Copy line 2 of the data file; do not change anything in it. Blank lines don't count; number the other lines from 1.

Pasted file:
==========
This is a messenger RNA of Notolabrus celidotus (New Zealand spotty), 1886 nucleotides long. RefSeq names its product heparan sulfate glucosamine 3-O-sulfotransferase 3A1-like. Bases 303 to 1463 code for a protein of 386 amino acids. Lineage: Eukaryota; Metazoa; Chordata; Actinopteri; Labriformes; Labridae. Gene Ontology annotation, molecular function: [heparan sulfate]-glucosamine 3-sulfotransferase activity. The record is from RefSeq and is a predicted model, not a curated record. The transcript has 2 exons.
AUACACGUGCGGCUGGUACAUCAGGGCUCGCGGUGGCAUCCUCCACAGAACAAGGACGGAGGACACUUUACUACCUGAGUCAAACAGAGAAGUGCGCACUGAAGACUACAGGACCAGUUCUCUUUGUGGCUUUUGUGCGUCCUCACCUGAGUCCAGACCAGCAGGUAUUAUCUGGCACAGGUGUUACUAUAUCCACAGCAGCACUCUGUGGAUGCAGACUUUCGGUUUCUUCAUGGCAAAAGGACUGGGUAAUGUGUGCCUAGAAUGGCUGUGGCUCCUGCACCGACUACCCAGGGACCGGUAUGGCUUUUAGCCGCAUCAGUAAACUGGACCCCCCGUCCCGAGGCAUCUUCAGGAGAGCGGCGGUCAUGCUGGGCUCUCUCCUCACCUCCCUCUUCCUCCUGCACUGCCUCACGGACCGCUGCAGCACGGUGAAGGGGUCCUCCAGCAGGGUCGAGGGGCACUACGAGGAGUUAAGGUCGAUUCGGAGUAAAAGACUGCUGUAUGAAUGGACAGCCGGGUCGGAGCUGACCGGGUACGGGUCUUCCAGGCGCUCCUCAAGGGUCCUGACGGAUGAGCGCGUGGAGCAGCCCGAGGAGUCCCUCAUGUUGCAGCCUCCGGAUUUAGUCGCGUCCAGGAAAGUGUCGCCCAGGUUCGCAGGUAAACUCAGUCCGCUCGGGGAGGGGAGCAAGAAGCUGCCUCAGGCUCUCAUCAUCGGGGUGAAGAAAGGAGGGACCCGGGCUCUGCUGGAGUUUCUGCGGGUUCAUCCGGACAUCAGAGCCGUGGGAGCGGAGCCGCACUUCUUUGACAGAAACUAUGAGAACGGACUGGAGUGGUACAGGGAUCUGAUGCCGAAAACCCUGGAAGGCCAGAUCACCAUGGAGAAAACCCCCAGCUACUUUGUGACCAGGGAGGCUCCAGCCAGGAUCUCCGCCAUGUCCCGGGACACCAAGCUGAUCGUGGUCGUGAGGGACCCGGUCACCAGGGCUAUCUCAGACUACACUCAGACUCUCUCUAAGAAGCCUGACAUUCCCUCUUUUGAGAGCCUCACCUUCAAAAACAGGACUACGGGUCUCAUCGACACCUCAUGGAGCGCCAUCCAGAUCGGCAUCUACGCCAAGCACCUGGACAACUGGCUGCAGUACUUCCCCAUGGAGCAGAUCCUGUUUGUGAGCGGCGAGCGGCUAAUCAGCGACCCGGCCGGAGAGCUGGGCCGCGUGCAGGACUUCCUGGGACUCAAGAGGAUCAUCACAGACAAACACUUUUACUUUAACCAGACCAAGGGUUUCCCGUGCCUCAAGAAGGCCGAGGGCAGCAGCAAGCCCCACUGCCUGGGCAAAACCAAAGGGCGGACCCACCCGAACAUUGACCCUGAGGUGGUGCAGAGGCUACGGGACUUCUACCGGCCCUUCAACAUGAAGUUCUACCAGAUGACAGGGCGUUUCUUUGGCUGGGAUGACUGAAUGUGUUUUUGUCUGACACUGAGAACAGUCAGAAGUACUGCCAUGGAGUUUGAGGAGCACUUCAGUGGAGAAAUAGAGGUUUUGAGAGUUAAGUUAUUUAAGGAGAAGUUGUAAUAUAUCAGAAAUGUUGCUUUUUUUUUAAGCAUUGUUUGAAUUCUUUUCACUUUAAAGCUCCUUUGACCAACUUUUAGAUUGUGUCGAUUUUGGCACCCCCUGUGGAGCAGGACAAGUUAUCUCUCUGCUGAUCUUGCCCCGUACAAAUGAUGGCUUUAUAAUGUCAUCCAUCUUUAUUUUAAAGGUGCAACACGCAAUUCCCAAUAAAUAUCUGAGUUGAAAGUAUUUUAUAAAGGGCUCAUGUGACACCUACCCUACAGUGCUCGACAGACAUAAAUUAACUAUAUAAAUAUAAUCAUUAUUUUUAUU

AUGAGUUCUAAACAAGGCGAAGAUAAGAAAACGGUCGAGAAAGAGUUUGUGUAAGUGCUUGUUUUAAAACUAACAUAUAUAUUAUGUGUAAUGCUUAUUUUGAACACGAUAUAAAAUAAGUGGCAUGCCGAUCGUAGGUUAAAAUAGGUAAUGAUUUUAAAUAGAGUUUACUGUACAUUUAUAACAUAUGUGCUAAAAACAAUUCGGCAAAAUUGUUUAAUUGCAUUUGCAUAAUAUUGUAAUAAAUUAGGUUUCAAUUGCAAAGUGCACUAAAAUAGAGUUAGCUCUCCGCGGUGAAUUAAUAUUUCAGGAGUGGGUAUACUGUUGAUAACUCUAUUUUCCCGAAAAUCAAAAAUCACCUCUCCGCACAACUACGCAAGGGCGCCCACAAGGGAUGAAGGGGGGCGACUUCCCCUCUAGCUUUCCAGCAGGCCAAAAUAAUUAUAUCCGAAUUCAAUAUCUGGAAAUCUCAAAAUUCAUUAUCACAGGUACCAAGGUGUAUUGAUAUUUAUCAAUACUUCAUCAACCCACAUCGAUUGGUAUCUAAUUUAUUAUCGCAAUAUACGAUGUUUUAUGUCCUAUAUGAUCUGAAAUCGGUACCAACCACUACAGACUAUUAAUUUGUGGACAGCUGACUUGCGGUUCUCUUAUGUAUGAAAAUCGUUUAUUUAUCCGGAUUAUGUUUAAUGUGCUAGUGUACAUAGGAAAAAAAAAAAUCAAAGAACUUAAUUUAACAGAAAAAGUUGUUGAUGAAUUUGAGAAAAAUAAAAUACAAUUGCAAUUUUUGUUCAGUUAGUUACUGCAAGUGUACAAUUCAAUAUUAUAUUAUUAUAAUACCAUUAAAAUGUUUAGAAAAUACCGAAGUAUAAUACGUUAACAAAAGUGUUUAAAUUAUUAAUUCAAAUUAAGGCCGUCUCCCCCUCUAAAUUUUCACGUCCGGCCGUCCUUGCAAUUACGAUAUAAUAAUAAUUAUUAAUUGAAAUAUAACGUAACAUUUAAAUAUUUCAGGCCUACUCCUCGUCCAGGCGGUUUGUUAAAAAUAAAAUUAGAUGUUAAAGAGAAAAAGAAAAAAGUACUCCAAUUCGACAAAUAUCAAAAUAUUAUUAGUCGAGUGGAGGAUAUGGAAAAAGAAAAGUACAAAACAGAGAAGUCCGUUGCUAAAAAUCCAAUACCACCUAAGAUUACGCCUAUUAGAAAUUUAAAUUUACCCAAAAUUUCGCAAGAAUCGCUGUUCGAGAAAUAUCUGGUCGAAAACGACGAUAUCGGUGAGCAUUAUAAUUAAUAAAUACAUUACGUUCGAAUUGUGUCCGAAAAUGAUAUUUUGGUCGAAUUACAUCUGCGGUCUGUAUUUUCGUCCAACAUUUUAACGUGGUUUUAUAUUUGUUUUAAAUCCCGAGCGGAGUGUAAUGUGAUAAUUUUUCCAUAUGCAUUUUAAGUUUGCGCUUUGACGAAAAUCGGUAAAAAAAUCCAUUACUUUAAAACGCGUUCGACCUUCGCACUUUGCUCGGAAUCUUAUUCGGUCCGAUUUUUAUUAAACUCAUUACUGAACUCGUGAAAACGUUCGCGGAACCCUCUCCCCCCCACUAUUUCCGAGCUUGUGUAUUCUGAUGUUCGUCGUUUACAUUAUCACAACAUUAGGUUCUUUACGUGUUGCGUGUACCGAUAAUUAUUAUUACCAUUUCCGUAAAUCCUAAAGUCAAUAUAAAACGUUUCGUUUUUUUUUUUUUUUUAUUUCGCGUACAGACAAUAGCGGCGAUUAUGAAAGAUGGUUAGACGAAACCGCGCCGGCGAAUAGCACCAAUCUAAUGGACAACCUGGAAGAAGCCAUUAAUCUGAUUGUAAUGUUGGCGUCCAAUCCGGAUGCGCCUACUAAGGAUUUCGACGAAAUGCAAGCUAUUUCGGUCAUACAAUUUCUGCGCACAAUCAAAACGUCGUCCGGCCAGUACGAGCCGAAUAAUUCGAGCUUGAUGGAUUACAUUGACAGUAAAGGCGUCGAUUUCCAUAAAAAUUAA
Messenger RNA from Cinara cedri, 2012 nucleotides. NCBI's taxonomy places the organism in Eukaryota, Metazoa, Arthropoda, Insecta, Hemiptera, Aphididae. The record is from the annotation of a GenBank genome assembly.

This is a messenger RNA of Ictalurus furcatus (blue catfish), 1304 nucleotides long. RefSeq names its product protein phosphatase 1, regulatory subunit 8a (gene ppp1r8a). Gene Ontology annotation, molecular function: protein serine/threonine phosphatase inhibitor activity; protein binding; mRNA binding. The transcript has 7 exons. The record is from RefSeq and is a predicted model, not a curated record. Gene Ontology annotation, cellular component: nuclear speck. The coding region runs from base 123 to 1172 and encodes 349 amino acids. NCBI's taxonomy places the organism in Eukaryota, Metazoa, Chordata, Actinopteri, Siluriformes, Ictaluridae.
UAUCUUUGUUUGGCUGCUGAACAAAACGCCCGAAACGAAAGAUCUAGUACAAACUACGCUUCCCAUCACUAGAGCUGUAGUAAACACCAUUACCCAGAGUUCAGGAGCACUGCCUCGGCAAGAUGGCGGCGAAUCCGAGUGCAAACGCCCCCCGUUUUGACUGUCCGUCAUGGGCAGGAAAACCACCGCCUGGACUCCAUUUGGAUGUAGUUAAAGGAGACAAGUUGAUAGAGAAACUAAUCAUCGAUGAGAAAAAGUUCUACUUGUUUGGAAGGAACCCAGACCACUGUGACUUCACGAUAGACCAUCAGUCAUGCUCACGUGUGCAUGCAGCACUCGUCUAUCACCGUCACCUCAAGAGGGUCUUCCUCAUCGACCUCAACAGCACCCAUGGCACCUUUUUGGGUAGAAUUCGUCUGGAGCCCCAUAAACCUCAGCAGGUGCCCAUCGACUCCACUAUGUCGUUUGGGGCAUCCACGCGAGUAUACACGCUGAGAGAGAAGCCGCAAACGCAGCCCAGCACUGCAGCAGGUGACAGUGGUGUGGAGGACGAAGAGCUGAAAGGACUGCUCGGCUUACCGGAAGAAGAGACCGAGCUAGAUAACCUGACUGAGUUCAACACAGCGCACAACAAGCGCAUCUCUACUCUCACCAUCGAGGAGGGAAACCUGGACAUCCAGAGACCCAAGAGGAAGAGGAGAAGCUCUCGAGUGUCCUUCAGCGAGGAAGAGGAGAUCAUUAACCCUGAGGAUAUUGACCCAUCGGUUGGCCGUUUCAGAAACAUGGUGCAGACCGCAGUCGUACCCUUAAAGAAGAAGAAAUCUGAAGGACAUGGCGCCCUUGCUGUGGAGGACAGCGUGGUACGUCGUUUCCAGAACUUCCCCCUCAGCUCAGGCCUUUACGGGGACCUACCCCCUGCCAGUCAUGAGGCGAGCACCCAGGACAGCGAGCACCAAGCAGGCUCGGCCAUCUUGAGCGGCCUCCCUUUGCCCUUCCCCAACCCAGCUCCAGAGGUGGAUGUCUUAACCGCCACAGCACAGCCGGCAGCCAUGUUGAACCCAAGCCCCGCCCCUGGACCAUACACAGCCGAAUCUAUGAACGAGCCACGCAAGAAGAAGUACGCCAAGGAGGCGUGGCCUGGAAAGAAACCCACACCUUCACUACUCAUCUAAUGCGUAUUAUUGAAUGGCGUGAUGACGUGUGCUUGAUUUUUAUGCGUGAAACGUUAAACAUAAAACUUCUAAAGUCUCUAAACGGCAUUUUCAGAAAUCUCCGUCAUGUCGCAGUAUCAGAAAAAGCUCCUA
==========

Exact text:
AUACACGUGCGGCUGGUACAUCAGGGCUCGCGGUGGCAUCCUCCACAGAACAAGGACGGAGGACACUUUACUACCUGAGUCAAACAGAGAAGUGCGCACUGAAGACUACAGGACCAGUUCUCUUUGUGGCUUUUGUGCGUCCUCACCUGAGUCCAGACCAGCAGGUAUUAUCUGGCACAGGUGUUACUAUAUCCACAGCAGCACUCUGUGGAUGCAGACUUUCGGUUUCUUCAUGGCAAAAGGACUGGGUAAUGUGUGCCUAGAAUGGCUGUGGCUCCUGCACCGACUACCCAGGGACCGGUAUGGCUUUUAGCCGCAUCAGUAAACUGGACCCCCCGUCCCGAGGCAUCUUCAGGAGAGCGGCGGUCAUGCUGGGCUCUCUCCUCACCUCCCUCUUCCUCCUGCACUGCCUCACGGACCGCUGCAGCACGGUGAAGGGGUCCUCCAGCAGGGUCGAGGGGCACUACGAGGAGUUAAGGUCGAUUCGGAGUAAAAGACUGCUGUAUGAAUGGACAGCCGGGUCGGAGCUGACCGGGUACGGGUCUUCCAGGCGCUCCUCAAGGGUCCUGACGGAUGAGCGCGUGGAGCAGCCCGAGGAGUCCCUCAUGUUGCAGCCUCCGGAUUUAGUCGCGUCCAGGAAAGUGUCGCCCAGGUUCGCAGGUAAACUCAGUCCGCUCGGGGAGGGGAGCAAGAAGCUGCCUCAGGCUCUCAUCAUCGGGGUGAAGAAAGGAGGGACCCGGGCUCUGCUGGAGUUUCUGCGGGUUCAUCCGGACAUCAGAGCCGUGGGAGCGGAGCCGCACUUCUUUGACAGAAACUAUGAGAACGGACUGGAGUGGUACAGGGAUCUGAUGCCGAAAACCCUGGAAGGCCAGAUCACCAUGGAGAAAACCCCCAGCUACUUUGUGACCAGGGAGGCUCCAGCCAGGAUCUCCGCCAUGUCCCGGGACACCAAGCUGAUCGUGGUCGUGAGGGACCCGGUCACCAGGGCUAUCUCAGACUACACUCAGACUCUCUCUAAGAAGCCUGACAUUCCCUCUUUUGAGAGCCUCACCUUCAAAAACAGGACUACGGGUCUCAUCGACACCUCAUGGAGCGCCAUCCAGAUCGGCAUCUACGCCAAGCACCUGGACAACUGGCUGCAGUACUUCCCCAUGGAGCAGAUCCUGUUUGUGAGCGGCGAGCGGCUAAUCAGCGACCCGGCCGGAGAGCUGGGCCGCGUGCAGGACUUCCUGGGACUCAAGAGGAUCAUCACAGACAAACACUUUUACUUUAACCAGACCAAGGGUUUCCCGUGCCUCAAGAAGGCCGAGGGCAGCAGCAAGCCCCACUGCCUGGGCAAAACCAAAGGGCGGACCCACCCGAACAUUGACCCUGAGGUGGUGCAGAGGCUACGGGACUUCUACCGGCCCUUCAACAUGAAGUUCUACCAGAUGACAGGGCGUUUCUUUGGCUGGGAUGACUGAAUGUGUUUUUGUCUGACACUGAGAACAGUCAGAAGUACUGCCAUGGAGUUUGAGGAGCACUUCAGUGGAGAAAUAGAGGUUUUGAGAGUUAAGUUAUUUAAGGAGAAGUUGUAAUAUAUCAGAAAUGUUGCUUUUUUUUUAAGCAUUGUUUGAAUUCUUUUCACUUUAAAGCUCCUUUGACCAACUUUUAGAUUGUGUCGAUUUUGGCACCCCCUGUGGAGCAGGACAAGUUAUCUCUCUGCUGAUCUUGCCCCGUACAAAUGAUGGCUUUAUAAUGUCAUCCAUCUUUAUUUUAAAGGUGCAACACGCAAUUCCCAAUAAAUAUCUGAGUUGAAAGUAUUUUAUAAAGGGCUCAUGUGACACCUACCCUACAGUGCUCGACAGACAUAAAUUAACUAUAUAAAUAUAAUCAUUAUUUUUAUU